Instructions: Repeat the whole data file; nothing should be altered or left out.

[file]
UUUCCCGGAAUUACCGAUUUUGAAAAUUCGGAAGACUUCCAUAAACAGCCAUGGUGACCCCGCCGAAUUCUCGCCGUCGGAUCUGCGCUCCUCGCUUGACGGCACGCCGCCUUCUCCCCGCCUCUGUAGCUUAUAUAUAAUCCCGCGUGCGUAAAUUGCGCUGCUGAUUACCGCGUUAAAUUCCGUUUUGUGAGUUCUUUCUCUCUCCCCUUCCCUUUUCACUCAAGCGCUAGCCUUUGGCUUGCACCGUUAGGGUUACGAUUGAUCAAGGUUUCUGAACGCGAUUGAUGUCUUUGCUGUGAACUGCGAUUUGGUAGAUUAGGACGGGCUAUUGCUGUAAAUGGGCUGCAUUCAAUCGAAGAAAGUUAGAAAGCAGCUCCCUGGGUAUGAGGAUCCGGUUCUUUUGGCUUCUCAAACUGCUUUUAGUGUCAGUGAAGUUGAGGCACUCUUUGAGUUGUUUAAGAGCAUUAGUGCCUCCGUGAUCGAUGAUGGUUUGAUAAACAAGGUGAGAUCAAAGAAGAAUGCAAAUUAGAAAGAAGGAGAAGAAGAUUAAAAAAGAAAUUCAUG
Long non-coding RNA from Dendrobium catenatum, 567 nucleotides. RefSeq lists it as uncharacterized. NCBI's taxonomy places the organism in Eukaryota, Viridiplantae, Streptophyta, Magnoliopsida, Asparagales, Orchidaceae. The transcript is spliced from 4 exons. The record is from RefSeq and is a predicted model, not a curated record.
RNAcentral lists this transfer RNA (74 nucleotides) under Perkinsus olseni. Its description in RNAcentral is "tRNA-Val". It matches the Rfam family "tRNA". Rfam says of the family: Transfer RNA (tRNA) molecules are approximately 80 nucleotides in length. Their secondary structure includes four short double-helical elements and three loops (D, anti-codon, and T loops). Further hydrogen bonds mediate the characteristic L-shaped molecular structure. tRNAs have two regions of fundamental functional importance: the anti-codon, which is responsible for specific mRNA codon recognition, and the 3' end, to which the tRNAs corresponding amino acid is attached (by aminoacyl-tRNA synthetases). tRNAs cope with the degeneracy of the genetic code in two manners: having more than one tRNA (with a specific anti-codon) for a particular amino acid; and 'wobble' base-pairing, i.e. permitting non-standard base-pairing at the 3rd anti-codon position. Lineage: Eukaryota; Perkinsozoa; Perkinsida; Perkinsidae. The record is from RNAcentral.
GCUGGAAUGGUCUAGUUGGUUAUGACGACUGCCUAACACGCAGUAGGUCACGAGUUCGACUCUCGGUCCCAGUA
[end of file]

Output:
UUUCCCGGAAUUACCGAUUUUGAAAAUUCGGAAGACUUCCAUAAACAGCCAUGGUGACCCCGCCGAAUUCUCGCCGUCGGAUCUGCGCUCCUCGCUUGACGGCACGCCGCCUUCUCCCCGCCUCUGUAGCUUAUAUAUAAUCCCGCGUGCGUAAAUUGCGCUGCUGAUUACCGCGUUAAAUUCCGUUUUGUGAGUUCUUUCUCUCUCCCCUUCCCUUUUCACUCAAGCGCUAGCCUUUGGCUUGCACCGUUAGGGUUACGAUUGAUCAAGGUUUCUGAACGCGAUUGAUGUCUUUGCUGUGAACUGCGAUUUGGUAGAUUAGGACGGGCUAUUGCUGUAAAUGGGCUGCAUUCAAUCGAAGAAAGUUAGAAAGCAGCUCCCUGGGUAUGAGGAUCCGGUUCUUUUGGCUUCUCAAACUGCUUUUAGUGUCAGUGAAGUUGAGGCACUCUUUGAGUUGUUUAAGAGCAUUAGUGCCUCCGUGAUCGAUGAUGGUUUGAUAAACAAGGUGAGAUCAAAGAAGAAUGCAAAUUAGAAAGAAGGAGAAGAAGAUUAAAAAAGAAAUUCAUG
Long non-coding RNA from Dendrobium catenatum, 567 nucleotides. RefSeq lists it as uncharacterized. NCBI's taxonomy places the organism in Eukaryota, Viridiplantae, Streptophyta, Magnoliopsida, Asparagales, Orchidaceae. The transcript is spliced from 4 exons. The record is from RefSeq and is a predicted model, not a curated record.
RNAcentral lists this transfer RNA (74 nucleotides) under Perkinsus olseni. Its description in RNAcentral is "tRNA-Val". It matches the Rfam family "tRNA". Rfam says of the family: Transfer RNA (tRNA) molecules are approximately 80 nucleotides in length. Their secondary structure includes four short double-helical elements and three loops (D, anti-codon, and T loops). Further hydrogen bonds mediate the characteristic L-shaped molecular structure. tRNAs have two regions of fundamental functional importance: the anti-codon, which is responsible for specific mRNA codon recognition, and the 3' end, to which the tRNAs corresponding amino acid is attached (by aminoacyl-tRNA synthetases). tRNAs cope with the degeneracy of the genetic code in two manners: having more than one tRNA (with a specific anti-codon) for a particular amino acid; and 'wobble' base-pairing, i.e. permitting non-standard base-pairing at the 3rd anti-codon position. Lineage: Eukaryota; Perkinsozoa; Perkinsida; Perkinsidae. The record is from RNAcentral.
GCUGGAAUGGUCUAGUUGGUUAUGACGACUGCCUAACACGCAGUAGGUCACGAGUUCGACUCUCGGUCCCAGUA